Bill Allowing Teachers To Carry Guns Passes PA Senate After Emotional Debate
A letter in opposition from Sandy Hook teachers was read during debate. They say they would not have wanted guns that horrible day in 2012.
HARRISBURG, PA — A bill that allows teachers to carry handguns in Pennsylvania schools was approved Wednesday by the state Senate, following an emotional debate that included a letter of opposition from 15 Sandy Hook teachers who survived a horrific school shooting in December 2012.
Senate Bill 383, also known as the School Safety Bill, was approved 28-22. (See how your representative voted.)
The bill gives teachers the option of carrying concealed firearms on school property and in the classroom. The bill, sponsored by Republican Donald White of the 41st District, would also allow school staff members, like maintenance workers or any administrative employees, to carry firearms.
White said the bill affords schools "greater choices" when it comes to keeping schools safe. He said that the proposal would be especially effective in rural communities, where police response time is slower.
“To be clear, this bill is not about the Second Amendment. It’s about permitting the 500 school districts of this Commonwealth to have greater choices when it comes to protecting our most precious resource – our children," he said in statement when the bill was introduced.
But many others disagree.
Democrat Daylin Leach of the 17th District said the bill would do far more harm then good.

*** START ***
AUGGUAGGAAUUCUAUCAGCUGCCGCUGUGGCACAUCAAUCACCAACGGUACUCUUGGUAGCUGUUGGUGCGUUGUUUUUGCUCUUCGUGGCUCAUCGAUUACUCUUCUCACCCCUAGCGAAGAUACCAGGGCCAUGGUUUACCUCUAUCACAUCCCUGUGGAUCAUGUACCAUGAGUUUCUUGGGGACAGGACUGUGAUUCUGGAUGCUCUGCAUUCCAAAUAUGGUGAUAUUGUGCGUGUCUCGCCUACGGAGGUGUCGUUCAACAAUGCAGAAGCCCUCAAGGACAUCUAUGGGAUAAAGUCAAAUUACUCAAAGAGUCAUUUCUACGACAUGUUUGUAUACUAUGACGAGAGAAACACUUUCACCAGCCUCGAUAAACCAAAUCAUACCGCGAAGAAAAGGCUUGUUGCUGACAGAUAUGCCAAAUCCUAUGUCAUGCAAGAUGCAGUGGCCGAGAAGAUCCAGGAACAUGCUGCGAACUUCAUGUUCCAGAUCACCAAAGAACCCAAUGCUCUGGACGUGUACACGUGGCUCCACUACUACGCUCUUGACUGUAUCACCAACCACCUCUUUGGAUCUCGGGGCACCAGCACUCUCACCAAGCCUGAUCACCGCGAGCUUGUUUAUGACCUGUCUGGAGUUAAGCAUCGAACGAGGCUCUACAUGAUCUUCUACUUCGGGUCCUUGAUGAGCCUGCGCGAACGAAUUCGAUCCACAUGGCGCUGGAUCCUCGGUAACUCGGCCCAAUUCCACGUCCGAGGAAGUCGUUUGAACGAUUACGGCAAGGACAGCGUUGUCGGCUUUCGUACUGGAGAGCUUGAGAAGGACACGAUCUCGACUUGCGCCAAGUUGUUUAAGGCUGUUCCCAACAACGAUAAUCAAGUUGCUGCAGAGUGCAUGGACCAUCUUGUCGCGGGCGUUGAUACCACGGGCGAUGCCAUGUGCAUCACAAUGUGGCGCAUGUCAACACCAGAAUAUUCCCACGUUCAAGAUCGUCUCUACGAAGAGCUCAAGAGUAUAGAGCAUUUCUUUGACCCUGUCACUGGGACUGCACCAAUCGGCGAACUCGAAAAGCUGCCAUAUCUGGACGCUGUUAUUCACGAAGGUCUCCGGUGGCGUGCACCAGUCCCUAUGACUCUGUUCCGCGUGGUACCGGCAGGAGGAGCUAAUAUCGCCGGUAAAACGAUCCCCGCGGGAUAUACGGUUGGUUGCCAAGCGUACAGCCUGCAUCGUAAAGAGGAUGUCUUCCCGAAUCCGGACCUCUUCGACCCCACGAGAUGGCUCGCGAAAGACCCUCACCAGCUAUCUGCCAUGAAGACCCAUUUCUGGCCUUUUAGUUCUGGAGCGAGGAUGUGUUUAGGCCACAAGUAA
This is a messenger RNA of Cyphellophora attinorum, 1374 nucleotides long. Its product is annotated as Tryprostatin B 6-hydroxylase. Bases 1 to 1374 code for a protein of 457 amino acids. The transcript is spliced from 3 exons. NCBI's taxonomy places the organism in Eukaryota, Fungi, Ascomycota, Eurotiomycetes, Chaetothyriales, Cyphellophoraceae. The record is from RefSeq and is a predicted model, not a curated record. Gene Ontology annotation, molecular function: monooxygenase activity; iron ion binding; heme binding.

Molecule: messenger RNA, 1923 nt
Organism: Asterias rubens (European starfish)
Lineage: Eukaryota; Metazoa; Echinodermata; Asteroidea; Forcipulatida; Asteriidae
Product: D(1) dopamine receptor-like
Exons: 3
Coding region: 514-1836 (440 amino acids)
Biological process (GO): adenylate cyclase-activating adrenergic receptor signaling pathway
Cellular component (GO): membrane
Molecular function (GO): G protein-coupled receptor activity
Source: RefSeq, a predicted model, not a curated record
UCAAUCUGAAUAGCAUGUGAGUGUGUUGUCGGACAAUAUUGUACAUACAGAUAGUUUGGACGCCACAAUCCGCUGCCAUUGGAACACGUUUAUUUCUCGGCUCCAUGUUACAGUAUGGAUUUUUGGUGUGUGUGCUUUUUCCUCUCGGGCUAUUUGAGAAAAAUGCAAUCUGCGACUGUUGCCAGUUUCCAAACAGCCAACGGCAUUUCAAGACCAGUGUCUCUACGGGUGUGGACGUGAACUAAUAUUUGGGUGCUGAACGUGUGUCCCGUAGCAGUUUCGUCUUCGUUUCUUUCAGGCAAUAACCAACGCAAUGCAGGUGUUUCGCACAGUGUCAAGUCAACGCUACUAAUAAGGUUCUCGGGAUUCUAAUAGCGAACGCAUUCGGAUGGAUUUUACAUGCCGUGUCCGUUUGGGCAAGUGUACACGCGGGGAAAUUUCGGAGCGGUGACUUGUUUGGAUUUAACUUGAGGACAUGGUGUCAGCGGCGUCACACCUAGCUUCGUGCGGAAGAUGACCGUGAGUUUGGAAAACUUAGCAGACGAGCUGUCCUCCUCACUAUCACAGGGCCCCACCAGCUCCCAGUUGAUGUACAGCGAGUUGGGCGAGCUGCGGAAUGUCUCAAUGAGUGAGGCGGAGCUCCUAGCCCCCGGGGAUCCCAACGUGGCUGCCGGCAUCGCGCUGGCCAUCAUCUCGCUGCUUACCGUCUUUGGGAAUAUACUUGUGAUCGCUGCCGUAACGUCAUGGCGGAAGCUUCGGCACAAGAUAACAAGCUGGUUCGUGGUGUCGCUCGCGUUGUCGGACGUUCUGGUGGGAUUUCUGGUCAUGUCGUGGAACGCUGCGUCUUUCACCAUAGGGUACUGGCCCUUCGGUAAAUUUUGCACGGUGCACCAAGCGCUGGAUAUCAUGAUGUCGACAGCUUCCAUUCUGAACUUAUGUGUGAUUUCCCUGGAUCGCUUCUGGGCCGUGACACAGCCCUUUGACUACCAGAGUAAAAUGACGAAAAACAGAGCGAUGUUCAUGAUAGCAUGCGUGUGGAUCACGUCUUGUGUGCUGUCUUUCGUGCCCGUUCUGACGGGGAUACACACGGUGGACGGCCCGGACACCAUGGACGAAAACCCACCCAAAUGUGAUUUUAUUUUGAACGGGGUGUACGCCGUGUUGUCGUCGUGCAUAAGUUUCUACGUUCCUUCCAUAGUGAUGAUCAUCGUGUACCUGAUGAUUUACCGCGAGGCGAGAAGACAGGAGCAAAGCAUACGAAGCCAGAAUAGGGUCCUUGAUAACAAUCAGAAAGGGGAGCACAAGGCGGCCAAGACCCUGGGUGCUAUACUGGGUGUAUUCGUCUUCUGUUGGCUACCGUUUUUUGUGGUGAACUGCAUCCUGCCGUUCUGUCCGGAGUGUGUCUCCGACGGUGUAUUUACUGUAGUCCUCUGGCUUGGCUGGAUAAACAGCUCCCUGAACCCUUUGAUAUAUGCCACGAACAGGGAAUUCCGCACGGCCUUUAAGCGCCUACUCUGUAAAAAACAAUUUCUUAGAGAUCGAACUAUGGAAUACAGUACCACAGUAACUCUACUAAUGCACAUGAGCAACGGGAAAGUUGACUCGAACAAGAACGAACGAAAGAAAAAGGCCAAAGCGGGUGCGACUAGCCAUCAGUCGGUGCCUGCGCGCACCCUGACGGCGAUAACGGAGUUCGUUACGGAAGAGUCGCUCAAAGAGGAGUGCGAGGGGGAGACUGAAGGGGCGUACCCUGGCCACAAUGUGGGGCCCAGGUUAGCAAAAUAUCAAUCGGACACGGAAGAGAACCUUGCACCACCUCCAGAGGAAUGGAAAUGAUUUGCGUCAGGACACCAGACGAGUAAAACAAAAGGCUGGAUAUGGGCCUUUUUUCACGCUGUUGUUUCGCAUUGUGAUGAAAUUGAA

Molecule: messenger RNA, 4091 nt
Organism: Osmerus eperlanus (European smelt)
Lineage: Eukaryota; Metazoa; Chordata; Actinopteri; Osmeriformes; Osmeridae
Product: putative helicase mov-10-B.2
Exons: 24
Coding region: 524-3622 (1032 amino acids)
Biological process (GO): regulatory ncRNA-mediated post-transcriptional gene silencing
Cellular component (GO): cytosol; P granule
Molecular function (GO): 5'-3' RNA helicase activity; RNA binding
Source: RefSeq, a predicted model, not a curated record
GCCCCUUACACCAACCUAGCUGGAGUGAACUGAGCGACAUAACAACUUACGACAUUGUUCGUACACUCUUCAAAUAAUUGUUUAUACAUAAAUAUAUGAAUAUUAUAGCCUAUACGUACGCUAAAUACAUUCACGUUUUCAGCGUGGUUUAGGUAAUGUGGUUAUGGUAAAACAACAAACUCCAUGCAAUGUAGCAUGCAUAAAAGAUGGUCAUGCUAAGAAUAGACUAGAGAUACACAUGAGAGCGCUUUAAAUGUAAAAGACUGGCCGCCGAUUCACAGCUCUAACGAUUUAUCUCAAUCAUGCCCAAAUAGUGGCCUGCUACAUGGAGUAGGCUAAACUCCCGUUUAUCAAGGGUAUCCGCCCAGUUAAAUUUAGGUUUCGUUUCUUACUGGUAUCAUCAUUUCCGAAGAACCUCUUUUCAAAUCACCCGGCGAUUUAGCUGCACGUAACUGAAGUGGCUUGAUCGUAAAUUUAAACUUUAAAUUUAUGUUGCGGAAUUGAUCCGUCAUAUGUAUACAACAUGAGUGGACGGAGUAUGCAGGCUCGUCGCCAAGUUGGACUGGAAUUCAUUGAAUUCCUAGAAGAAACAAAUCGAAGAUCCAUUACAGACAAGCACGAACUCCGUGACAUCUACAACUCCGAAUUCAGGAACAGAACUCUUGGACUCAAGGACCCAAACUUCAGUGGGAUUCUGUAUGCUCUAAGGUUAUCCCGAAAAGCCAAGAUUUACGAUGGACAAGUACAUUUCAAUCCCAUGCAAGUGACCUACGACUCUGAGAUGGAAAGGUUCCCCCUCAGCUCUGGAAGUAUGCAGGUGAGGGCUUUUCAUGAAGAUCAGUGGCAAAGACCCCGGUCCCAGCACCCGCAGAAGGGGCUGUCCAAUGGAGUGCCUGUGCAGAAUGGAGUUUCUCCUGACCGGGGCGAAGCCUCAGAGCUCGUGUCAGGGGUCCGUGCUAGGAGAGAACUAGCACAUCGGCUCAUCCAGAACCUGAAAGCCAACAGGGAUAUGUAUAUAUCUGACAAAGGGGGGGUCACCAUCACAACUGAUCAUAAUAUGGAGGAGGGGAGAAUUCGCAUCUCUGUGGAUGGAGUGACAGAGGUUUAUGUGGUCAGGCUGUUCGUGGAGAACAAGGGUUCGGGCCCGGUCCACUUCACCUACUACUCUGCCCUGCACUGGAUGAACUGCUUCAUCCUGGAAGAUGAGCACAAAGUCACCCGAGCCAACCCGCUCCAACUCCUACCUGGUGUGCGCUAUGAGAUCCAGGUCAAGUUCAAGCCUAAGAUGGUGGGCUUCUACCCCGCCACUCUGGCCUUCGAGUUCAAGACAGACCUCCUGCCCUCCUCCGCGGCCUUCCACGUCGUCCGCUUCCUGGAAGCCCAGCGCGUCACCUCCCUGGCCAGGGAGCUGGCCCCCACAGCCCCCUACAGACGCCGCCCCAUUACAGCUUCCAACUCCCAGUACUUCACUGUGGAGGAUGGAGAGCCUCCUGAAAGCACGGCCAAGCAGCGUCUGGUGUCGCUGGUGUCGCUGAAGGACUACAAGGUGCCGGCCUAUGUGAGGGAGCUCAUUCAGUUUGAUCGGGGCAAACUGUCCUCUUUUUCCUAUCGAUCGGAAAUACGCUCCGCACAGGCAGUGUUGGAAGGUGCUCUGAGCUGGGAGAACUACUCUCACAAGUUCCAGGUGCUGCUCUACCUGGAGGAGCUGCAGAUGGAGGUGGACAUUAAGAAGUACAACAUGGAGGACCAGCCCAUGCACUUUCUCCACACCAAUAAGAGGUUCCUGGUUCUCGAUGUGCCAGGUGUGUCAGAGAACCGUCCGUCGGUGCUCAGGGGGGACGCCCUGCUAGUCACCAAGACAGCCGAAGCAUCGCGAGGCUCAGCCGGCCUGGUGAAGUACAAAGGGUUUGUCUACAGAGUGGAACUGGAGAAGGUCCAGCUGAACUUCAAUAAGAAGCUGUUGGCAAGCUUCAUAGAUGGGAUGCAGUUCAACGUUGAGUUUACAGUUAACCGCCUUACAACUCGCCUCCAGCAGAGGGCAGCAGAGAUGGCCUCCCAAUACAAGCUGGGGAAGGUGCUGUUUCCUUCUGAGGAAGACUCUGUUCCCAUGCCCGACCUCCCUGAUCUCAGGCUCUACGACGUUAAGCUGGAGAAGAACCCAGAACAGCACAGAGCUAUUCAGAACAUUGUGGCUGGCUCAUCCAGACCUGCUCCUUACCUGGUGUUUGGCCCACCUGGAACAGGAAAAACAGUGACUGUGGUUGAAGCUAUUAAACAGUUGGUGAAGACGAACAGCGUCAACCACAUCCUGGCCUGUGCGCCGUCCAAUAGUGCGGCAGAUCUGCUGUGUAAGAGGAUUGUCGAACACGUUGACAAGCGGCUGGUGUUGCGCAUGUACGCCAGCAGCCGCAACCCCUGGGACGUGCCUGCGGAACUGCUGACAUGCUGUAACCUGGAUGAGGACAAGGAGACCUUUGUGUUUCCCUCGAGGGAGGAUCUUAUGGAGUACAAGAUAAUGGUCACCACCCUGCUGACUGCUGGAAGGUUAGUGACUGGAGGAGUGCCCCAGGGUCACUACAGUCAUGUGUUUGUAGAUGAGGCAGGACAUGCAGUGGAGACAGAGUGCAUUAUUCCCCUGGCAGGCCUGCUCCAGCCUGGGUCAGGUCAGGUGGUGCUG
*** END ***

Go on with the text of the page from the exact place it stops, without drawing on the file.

During the floor debate, Leach read a letter from Sandy Hook survivors in opposition to the bill. The 15 surviving teachers who penned the letter said it was "completely unrealistic" and reminded lawmakers that school shootings are "not the movies."Arizona's Emergency; 'Kate's Law' Vote; 10 Commandments Destroyed: Patch Morning BriefingAlso; Losing a million dollar severance; overweight dogs and cats and a new job for Chaffetz.
On the day a gunman stormed into the Newtown, Conn. school, the teachers said "we would have not wanted that option. Nor would it have made us or our students any safer. In fact, it might have made things worse."
(You can see Leach read the full letter below.)
Advocacy group CeaseFirePA released a statement on the bill's passage, saying Pennsylvania should be "ashamed."
"Rather than work on our real problems -- including gun violence, underfunded schools, and a looming budget deadline -- the Senate spent time finding a way to put guns in our public schools," CeaseFirePA said.
Gov. Tom Wolf is opposed to the legislation and has said he will veto it if it comes before him.